The European Parliament passed a resolution calling on the US to drop the charges and also for member countries to block any US extradition attempts, citing “his status as whistle-blower and international human rights defender.” Several polls of US citizens have been conducted in the time since Snowden’s actions became public, with no clear distinction between those who consider him a hero and those who consider him a traitor. Still, internationally, Snowden has received several prominent recognitions, is a paid speaker to various conferences and conventions, and there is a major motion picture about his life and actions coming out this summer.

Has anything gotten better?

That depends upon how you interpret “better.” Certainly, public awareness of government surveillance has increased, which again can be seen from both sides of the coin: as a boon for human rights as well as a hindrance to national defence. Which side of that argument is better I leave to you to decide. Various technology companies have been more prominent in releasing technologies that leverage more and stronger encryption to protect privacy, including cell phones capable of user-to-user encryption, secure email services, and more.

Security researchers have also stated that Islamic terrorists have changed their communications methods as a direct result, while several US companies have alleged that an economic impact has resulted from foreign customers no longer trusting that US products don’t have in-built surveillance and back-doors. Perhaps both most subtle and most significantly, the US passed the “USA Freedom Act” which extended or restored several parts of the Patriot Act, but with several limitations on collecting telecommunications data regarding US citizens. The “Snowden Effect” is a term coined to refer to anything that has come about or changed as a result of Snowden’s revelations.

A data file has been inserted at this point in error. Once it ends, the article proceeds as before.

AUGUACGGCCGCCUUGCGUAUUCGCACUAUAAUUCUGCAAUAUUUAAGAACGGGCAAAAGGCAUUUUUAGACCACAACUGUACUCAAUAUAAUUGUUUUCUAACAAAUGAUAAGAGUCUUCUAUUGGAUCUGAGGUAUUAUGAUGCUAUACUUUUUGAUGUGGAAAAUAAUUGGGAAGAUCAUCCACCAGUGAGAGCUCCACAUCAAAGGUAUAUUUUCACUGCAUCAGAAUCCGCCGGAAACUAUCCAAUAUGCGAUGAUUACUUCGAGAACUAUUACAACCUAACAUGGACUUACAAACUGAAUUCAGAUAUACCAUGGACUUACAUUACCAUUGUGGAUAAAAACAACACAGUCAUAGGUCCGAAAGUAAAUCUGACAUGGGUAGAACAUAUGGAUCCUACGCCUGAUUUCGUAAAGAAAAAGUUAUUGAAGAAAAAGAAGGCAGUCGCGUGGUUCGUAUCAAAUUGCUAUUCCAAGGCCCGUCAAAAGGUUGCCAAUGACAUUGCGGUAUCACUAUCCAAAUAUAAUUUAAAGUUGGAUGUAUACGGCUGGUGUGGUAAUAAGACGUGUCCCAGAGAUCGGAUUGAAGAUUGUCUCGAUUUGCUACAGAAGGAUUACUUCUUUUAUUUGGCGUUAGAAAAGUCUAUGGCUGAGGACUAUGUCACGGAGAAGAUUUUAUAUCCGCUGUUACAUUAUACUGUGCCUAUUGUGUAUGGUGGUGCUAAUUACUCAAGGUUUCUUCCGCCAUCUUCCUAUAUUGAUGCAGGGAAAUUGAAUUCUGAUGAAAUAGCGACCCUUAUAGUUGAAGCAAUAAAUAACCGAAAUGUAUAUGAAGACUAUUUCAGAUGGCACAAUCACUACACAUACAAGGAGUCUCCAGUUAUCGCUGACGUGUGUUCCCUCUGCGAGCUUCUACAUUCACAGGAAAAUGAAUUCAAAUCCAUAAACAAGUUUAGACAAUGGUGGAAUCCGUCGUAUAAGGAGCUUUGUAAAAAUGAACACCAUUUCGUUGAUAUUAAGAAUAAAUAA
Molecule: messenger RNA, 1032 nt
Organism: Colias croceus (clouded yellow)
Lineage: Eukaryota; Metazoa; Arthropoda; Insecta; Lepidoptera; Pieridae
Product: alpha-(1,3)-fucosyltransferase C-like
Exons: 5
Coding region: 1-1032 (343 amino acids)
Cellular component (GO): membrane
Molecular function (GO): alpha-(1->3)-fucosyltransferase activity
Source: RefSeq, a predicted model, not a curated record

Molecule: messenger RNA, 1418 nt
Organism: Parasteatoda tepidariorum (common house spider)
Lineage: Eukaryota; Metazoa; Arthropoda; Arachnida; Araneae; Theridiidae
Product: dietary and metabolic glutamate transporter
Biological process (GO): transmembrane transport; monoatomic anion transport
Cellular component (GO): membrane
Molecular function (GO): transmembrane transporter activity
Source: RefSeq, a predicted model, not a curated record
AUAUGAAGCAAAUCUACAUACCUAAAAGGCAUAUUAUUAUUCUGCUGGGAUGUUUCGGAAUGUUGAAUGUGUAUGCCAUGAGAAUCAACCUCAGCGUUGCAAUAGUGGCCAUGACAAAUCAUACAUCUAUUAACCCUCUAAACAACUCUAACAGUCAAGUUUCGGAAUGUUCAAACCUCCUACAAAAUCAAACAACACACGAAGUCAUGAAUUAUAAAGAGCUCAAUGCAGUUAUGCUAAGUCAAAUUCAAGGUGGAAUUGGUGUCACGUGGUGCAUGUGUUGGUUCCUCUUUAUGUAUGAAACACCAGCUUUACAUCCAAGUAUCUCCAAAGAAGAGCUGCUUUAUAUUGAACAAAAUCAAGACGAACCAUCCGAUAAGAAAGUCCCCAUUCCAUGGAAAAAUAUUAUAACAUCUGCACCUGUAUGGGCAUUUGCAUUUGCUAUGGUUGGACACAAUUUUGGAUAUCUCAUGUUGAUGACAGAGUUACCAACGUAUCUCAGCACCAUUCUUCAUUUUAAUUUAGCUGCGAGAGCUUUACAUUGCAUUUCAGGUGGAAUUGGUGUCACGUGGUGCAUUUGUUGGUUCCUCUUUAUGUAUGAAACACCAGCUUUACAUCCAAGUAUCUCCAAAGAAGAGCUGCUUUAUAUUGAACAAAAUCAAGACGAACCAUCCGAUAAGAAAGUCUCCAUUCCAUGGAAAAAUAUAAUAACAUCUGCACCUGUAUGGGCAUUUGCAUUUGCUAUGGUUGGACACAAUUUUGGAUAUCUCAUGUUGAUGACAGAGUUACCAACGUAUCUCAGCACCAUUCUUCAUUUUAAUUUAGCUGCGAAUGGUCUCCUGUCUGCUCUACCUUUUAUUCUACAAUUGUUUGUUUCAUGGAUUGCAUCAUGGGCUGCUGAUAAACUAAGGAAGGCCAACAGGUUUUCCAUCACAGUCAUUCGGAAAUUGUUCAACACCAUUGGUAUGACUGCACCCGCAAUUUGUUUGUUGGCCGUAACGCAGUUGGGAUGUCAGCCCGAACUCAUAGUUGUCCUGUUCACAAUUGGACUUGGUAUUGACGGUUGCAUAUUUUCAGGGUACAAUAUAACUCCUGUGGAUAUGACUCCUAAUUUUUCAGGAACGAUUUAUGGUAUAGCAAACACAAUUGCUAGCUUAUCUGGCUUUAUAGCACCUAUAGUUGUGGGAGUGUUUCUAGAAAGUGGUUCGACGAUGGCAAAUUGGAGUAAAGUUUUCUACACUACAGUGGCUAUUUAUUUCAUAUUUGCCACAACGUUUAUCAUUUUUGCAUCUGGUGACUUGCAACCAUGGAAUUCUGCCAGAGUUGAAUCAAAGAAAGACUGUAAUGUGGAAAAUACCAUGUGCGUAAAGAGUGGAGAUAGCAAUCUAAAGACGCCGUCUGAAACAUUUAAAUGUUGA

What’s next?

The major Hollywood motion picture “Snowden” will be released in September. Starring Joseph Gordon-Levitt and written by Oliver Stone, it is likely that this will bring Snowden and all he has done back to the forefront of US political thought.

By then, both parties should have their nominee for President officially chosen, and I expect to hear significant rhetoric from both sides on what should be done regarding Snowden as well as what should be done regarding the actions he revealed. Snowden continues to reside in Russia under political asylum, however that was granted by Russia for an initial period that was then extended to three years and will either need to be extended again, or will end, on 1 August 2017.

Whether he will be extended clemency, offered a pardon in exchange for returning to the US and facing charges, or will continue to live as a fugitive, remains to be seen. One thing I think we can all count on is that Snowden will remain a polarizing figure in the debate between privacy and security, and we have not heard the last about him.